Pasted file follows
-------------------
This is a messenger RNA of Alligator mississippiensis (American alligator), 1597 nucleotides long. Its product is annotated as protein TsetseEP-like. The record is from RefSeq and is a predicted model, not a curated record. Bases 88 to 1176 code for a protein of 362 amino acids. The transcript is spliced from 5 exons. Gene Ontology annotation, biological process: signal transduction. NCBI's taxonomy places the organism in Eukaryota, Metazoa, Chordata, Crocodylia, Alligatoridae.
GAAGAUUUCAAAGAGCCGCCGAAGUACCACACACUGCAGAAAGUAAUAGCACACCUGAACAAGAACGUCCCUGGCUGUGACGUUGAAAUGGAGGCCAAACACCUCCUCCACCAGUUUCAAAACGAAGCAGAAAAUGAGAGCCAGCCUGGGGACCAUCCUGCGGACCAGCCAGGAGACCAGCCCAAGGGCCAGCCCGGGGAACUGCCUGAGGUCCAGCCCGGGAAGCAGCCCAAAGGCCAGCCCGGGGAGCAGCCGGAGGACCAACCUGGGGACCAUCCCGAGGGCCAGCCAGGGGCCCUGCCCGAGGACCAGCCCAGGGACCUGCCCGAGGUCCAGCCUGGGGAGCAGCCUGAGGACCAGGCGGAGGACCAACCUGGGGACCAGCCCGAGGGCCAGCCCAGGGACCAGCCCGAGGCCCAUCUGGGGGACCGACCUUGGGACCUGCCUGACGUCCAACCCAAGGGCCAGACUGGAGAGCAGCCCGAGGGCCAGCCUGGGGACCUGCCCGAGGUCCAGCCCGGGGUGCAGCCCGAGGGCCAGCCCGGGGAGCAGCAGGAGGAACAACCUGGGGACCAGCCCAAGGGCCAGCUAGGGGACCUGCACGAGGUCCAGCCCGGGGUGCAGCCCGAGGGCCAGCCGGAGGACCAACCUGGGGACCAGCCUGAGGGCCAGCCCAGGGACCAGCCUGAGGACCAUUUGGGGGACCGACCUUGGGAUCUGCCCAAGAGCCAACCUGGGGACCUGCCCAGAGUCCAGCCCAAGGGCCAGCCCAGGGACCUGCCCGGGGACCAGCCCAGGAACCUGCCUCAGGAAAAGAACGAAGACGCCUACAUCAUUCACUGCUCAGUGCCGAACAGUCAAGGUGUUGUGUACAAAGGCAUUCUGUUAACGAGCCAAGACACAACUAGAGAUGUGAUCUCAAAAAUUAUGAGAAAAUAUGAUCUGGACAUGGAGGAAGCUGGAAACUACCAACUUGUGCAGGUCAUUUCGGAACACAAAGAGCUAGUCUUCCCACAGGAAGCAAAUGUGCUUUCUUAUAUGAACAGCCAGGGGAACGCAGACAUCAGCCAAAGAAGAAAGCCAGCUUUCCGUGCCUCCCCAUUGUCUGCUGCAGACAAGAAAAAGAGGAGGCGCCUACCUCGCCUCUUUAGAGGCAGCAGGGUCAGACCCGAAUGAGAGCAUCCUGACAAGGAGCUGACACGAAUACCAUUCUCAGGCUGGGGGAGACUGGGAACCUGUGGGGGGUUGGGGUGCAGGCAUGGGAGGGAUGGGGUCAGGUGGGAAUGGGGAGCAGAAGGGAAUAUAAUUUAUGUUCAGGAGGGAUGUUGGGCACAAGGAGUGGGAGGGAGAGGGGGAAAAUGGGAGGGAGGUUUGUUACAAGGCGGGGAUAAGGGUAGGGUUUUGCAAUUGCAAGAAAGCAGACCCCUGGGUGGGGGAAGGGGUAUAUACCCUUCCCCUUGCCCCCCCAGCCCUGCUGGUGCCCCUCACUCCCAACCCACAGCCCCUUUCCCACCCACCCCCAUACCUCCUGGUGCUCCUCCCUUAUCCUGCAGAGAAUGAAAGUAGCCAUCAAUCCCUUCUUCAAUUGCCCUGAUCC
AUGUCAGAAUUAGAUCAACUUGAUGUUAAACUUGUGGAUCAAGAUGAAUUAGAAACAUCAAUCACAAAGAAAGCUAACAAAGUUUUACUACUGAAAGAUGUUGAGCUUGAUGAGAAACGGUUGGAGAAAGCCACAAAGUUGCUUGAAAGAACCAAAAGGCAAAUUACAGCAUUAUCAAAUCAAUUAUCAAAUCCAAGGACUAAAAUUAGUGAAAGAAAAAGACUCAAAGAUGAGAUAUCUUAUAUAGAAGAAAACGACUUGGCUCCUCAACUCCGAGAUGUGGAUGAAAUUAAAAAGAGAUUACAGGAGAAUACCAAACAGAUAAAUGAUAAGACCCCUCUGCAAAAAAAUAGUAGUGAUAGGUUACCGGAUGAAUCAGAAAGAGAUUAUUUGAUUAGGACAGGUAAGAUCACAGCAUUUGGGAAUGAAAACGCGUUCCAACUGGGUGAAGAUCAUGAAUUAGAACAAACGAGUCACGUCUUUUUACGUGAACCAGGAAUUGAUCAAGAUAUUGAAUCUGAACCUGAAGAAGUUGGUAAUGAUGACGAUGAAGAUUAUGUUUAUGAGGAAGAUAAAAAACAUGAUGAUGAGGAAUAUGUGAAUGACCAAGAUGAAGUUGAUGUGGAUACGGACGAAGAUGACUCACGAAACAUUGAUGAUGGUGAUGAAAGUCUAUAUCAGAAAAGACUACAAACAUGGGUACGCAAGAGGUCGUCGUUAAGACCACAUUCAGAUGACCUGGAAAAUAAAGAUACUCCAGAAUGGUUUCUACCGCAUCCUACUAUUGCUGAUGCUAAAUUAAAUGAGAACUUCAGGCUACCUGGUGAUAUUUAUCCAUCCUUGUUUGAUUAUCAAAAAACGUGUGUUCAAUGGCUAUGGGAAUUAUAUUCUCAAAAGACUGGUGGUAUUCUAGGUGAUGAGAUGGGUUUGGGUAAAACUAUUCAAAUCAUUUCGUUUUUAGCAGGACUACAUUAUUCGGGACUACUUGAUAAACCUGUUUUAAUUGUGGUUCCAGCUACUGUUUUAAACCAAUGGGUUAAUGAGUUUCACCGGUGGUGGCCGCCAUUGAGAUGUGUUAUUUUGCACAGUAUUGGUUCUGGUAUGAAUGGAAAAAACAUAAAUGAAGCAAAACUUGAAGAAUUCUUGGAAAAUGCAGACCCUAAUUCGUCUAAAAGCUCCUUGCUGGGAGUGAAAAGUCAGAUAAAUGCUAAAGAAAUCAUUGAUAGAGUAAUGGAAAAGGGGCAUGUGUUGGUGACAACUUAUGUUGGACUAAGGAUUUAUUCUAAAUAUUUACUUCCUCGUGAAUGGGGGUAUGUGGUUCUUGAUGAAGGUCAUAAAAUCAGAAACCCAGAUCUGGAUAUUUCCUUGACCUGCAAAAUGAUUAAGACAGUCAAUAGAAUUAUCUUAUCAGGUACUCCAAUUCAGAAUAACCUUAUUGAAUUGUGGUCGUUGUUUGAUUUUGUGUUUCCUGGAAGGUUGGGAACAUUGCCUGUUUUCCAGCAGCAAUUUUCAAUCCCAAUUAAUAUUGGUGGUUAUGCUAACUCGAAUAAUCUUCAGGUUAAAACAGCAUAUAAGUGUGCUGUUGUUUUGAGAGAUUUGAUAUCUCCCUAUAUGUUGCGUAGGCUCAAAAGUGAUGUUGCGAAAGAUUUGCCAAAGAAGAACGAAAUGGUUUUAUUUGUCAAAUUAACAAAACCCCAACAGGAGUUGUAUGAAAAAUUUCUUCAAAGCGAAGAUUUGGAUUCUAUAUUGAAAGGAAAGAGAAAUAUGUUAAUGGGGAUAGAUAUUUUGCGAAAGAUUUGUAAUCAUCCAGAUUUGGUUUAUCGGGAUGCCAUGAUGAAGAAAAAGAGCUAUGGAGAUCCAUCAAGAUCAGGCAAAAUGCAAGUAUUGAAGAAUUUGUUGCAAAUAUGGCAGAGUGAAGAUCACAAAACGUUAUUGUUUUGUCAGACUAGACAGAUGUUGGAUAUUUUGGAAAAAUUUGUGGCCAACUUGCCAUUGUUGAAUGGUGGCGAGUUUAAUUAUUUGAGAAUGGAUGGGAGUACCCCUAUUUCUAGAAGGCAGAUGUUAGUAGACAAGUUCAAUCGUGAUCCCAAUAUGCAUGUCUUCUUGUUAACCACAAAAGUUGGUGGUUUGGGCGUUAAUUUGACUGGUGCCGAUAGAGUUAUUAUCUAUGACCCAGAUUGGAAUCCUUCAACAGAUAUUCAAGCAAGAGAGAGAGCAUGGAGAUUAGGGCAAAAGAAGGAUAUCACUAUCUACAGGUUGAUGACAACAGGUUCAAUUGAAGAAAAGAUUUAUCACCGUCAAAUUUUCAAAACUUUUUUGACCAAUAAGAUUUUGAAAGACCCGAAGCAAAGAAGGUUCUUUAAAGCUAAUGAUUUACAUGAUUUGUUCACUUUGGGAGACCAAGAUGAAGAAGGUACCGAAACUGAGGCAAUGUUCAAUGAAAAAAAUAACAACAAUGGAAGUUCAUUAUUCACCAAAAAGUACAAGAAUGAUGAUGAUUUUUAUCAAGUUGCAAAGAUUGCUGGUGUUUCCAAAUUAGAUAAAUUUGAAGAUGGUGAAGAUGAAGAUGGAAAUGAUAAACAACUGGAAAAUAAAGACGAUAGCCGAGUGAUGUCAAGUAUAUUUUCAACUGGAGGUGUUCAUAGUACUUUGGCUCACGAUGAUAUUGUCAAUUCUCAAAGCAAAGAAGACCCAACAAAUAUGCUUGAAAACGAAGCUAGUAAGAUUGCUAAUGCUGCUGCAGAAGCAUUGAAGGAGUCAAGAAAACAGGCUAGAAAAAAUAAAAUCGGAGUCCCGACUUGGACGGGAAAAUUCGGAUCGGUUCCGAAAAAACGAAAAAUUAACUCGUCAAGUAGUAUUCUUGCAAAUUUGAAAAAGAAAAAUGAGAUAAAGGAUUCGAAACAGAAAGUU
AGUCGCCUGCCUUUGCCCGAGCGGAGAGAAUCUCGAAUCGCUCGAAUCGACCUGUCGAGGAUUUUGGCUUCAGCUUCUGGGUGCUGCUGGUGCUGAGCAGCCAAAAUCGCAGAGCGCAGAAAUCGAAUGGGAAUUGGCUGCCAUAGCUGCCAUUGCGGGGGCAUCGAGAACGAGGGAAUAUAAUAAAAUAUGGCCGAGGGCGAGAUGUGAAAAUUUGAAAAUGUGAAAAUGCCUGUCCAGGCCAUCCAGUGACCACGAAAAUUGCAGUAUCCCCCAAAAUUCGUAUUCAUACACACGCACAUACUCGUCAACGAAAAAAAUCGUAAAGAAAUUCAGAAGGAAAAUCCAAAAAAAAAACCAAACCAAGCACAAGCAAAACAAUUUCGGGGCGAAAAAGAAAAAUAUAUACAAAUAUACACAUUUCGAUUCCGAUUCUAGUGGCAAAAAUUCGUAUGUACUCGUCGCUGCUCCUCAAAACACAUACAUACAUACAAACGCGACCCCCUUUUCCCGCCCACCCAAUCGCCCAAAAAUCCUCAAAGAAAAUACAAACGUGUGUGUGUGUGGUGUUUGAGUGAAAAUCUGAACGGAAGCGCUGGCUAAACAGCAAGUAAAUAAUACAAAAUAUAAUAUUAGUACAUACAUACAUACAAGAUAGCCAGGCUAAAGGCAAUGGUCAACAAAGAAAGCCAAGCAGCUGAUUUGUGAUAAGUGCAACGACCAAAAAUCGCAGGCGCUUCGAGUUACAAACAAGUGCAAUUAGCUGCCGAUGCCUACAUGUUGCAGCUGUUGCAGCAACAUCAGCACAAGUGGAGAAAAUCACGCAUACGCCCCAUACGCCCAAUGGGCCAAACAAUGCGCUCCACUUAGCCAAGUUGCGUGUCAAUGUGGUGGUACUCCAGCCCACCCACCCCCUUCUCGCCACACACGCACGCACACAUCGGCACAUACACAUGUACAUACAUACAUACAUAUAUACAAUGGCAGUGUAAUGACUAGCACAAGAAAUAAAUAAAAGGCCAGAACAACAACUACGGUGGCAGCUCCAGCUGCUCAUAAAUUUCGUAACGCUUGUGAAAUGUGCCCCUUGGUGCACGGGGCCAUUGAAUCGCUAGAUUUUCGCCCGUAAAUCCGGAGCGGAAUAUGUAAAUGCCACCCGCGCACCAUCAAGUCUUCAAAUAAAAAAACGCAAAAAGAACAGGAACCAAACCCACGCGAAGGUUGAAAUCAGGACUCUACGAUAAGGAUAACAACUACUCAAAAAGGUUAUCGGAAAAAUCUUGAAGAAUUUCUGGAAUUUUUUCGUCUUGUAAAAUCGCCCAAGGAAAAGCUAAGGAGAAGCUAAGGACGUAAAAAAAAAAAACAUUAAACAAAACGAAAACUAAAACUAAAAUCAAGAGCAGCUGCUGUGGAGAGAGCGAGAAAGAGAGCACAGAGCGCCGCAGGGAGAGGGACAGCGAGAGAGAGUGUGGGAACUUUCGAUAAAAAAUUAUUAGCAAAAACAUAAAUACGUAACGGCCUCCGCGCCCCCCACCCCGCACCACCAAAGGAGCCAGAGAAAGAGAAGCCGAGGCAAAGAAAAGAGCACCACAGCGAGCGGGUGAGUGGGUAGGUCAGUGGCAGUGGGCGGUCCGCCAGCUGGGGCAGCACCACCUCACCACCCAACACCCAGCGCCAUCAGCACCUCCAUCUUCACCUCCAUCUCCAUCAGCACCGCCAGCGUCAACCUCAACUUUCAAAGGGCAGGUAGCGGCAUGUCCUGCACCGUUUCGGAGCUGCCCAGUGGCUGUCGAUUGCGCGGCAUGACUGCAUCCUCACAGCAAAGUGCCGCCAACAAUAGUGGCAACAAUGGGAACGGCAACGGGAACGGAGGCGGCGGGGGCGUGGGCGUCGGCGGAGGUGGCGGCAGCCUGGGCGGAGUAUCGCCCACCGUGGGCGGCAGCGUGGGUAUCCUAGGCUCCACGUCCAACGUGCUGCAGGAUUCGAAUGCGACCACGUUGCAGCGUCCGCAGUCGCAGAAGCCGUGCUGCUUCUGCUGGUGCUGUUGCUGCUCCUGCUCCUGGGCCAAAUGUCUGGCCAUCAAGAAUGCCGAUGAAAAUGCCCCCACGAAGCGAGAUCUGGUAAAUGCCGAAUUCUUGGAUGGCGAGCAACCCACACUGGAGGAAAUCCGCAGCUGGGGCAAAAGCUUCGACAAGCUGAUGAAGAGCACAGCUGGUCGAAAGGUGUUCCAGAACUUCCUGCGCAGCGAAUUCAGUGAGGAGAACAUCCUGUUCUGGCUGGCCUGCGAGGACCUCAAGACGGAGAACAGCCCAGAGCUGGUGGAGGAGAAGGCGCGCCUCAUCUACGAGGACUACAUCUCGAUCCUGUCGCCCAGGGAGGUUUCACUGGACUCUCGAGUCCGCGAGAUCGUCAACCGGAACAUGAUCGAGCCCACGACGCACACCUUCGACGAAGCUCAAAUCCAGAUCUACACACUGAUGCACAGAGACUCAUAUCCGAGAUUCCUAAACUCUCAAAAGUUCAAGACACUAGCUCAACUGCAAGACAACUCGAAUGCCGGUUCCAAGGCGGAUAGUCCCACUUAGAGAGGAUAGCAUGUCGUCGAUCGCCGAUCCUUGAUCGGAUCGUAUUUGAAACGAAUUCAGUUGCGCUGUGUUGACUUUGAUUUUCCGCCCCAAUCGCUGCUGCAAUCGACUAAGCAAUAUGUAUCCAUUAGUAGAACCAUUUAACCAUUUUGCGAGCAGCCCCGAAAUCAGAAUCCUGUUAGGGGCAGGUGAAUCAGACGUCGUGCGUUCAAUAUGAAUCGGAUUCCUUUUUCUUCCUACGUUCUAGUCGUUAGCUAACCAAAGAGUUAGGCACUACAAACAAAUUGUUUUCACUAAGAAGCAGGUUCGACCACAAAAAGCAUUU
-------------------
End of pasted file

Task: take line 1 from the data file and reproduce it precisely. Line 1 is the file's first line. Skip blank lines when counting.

This is a messenger RNA of Alligator mississippiensis (American alligator), 1597 nucleotides long. Its product is annotated as protein TsetseEP-like. The record is from RefSeq and is a predicted model, not a curated record. Bases 88 to 1176 code for a protein of 362 amino acids. The transcript is spliced from 5 exons. Gene Ontology annotation, biological process: signal transduction. NCBI's taxonomy places the organism in Eukaryota, Metazoa, Chordata, Crocodylia, Alligatoridae.